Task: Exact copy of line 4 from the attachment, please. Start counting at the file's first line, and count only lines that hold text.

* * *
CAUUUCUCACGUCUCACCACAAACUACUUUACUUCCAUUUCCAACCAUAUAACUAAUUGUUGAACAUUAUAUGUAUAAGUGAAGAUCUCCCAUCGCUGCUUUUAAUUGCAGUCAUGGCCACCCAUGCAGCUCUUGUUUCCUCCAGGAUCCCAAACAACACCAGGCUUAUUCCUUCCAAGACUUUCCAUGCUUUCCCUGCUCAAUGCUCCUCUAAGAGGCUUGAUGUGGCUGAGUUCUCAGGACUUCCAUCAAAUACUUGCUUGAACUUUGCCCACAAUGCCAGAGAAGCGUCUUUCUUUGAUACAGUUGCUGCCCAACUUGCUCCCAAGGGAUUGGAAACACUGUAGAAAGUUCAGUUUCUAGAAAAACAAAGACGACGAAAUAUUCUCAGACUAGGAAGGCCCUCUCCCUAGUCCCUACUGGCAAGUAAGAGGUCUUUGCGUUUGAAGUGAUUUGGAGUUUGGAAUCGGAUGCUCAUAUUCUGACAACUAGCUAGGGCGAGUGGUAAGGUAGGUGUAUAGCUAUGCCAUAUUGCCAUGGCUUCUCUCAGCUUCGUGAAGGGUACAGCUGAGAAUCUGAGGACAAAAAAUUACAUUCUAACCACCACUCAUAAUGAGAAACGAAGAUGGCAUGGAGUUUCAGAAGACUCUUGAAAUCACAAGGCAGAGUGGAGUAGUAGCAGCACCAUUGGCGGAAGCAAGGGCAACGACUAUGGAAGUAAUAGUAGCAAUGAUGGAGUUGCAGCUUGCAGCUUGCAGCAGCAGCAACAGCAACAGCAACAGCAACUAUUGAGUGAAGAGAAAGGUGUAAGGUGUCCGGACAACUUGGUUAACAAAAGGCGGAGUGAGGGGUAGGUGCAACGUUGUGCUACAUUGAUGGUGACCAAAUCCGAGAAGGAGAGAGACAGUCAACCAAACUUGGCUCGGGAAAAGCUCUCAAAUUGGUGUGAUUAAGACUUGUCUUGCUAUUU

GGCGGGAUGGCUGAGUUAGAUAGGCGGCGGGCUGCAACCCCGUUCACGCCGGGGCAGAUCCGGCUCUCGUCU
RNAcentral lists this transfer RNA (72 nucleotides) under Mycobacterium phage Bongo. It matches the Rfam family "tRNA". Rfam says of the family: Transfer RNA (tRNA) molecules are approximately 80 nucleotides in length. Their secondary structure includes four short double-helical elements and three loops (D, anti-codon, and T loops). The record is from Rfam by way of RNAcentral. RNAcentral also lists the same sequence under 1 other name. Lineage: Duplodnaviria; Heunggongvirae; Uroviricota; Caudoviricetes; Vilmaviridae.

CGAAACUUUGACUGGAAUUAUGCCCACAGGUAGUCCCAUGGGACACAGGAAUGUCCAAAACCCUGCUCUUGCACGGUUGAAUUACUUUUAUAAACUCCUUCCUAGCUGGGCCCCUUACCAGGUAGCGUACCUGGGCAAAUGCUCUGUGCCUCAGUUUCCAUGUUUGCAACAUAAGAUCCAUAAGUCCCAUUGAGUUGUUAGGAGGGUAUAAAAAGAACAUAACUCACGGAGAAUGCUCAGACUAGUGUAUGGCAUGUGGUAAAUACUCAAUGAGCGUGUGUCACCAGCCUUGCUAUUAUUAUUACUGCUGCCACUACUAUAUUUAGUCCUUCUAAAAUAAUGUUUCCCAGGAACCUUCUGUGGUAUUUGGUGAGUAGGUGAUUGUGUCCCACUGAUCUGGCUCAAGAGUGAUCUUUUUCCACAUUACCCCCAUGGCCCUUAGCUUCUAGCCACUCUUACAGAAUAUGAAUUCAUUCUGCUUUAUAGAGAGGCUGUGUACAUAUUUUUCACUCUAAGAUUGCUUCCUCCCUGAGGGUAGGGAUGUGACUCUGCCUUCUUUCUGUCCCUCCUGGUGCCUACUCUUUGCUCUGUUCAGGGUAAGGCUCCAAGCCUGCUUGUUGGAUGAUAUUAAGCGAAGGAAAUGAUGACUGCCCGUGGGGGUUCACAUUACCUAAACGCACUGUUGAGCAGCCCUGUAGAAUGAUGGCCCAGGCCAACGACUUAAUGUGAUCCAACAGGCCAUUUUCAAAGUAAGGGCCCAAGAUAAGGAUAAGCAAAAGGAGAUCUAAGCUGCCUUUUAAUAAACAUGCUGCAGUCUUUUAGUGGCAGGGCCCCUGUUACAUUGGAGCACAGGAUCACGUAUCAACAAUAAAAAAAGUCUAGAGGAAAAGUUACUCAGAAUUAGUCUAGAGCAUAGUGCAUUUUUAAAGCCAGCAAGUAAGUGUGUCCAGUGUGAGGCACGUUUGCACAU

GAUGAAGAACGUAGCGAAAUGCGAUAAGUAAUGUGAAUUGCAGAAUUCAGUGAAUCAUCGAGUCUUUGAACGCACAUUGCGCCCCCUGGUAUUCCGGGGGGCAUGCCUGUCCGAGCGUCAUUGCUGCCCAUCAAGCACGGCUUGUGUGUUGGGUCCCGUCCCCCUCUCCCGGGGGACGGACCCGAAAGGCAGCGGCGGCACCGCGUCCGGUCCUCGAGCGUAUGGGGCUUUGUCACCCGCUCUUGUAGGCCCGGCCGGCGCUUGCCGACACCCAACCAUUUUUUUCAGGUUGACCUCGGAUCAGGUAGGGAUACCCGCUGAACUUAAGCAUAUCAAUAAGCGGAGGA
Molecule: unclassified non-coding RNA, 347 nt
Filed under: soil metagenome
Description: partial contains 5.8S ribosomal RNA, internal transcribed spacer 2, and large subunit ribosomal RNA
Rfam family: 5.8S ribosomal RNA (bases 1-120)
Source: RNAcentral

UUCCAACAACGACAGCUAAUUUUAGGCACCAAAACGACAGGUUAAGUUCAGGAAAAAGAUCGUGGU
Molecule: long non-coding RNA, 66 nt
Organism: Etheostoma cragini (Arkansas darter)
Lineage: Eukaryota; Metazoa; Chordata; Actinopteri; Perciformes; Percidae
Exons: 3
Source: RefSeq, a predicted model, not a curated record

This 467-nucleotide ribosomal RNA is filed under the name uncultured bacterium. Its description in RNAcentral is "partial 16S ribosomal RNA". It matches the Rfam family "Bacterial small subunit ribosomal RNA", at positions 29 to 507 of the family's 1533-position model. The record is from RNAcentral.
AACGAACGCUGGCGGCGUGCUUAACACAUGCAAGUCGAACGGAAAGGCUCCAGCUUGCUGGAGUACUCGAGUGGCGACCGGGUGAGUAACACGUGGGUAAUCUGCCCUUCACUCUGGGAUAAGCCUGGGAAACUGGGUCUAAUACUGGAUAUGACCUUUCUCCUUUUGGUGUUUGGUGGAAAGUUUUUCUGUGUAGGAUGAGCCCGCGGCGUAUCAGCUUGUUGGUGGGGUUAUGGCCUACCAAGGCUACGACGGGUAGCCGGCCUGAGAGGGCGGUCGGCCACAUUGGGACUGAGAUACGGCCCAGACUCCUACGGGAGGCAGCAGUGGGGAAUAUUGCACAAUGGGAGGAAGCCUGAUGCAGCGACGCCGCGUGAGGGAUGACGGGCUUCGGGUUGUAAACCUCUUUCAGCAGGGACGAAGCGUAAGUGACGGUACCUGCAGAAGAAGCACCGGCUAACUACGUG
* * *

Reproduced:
CGAAACUUUGACUGGAAUUAUGCCCACAGGUAGUCCCAUGGGACACAGGAAUGUCCAAAACCCUGCUCUUGCACGGUUGAAUUACUUUUAUAAACUCCUUCCUAGCUGGGCCCCUUACCAGGUAGCGUACCUGGGCAAAUGCUCUGUGCCUCAGUUUCCAUGUUUGCAACAUAAGAUCCAUAAGUCCCAUUGAGUUGUUAGGAGGGUAUAAAAAGAACAUAACUCACGGAGAAUGCUCAGACUAGUGUAUGGCAUGUGGUAAAUACUCAAUGAGCGUGUGUCACCAGCCUUGCUAUUAUUAUUACUGCUGCCACUACUAUAUUUAGUCCUUCUAAAAUAAUGUUUCCCAGGAACCUUCUGUGGUAUUUGGUGAGUAGGUGAUUGUGUCCCACUGAUCUGGCUCAAGAGUGAUCUUUUUCCACAUUACCCCCAUGGCCCUUAGCUUCUAGCCACUCUUACAGAAUAUGAAUUCAUUCUGCUUUAUAGAGAGGCUGUGUACAUAUUUUUCACUCUAAGAUUGCUUCCUCCCUGAGGGUAGGGAUGUGACUCUGCCUUCUUUCUGUCCCUCCUGGUGCCUACUCUUUGCUCUGUUCAGGGUAAGGCUCCAAGCCUGCUUGUUGGAUGAUAUUAAGCGAAGGAAAUGAUGACUGCCCGUGGGGGUUCACAUUACCUAAACGCACUGUUGAGCAGCCCUGUAGAAUGAUGGCCCAGGCCAACGACUUAAUGUGAUCCAACAGGCCAUUUUCAAAGUAAGGGCCCAAGAUAAGGAUAAGCAAAAGGAGAUCUAAGCUGCCUUUUAAUAAACAUGCUGCAGUCUUUUAGUGGCAGGGCCCCUGUUACAUUGGAGCACAGGAUCACGUAUCAACAAUAAAAAAAGUCUAGAGGAAAAGUUACUCAGAAUUAGUCUAGAGCAUAGUGCAUUUUUAAAGCCAGCAAGUAAGUGUGUCCAGUGUGAGGCACGUUUGCACAU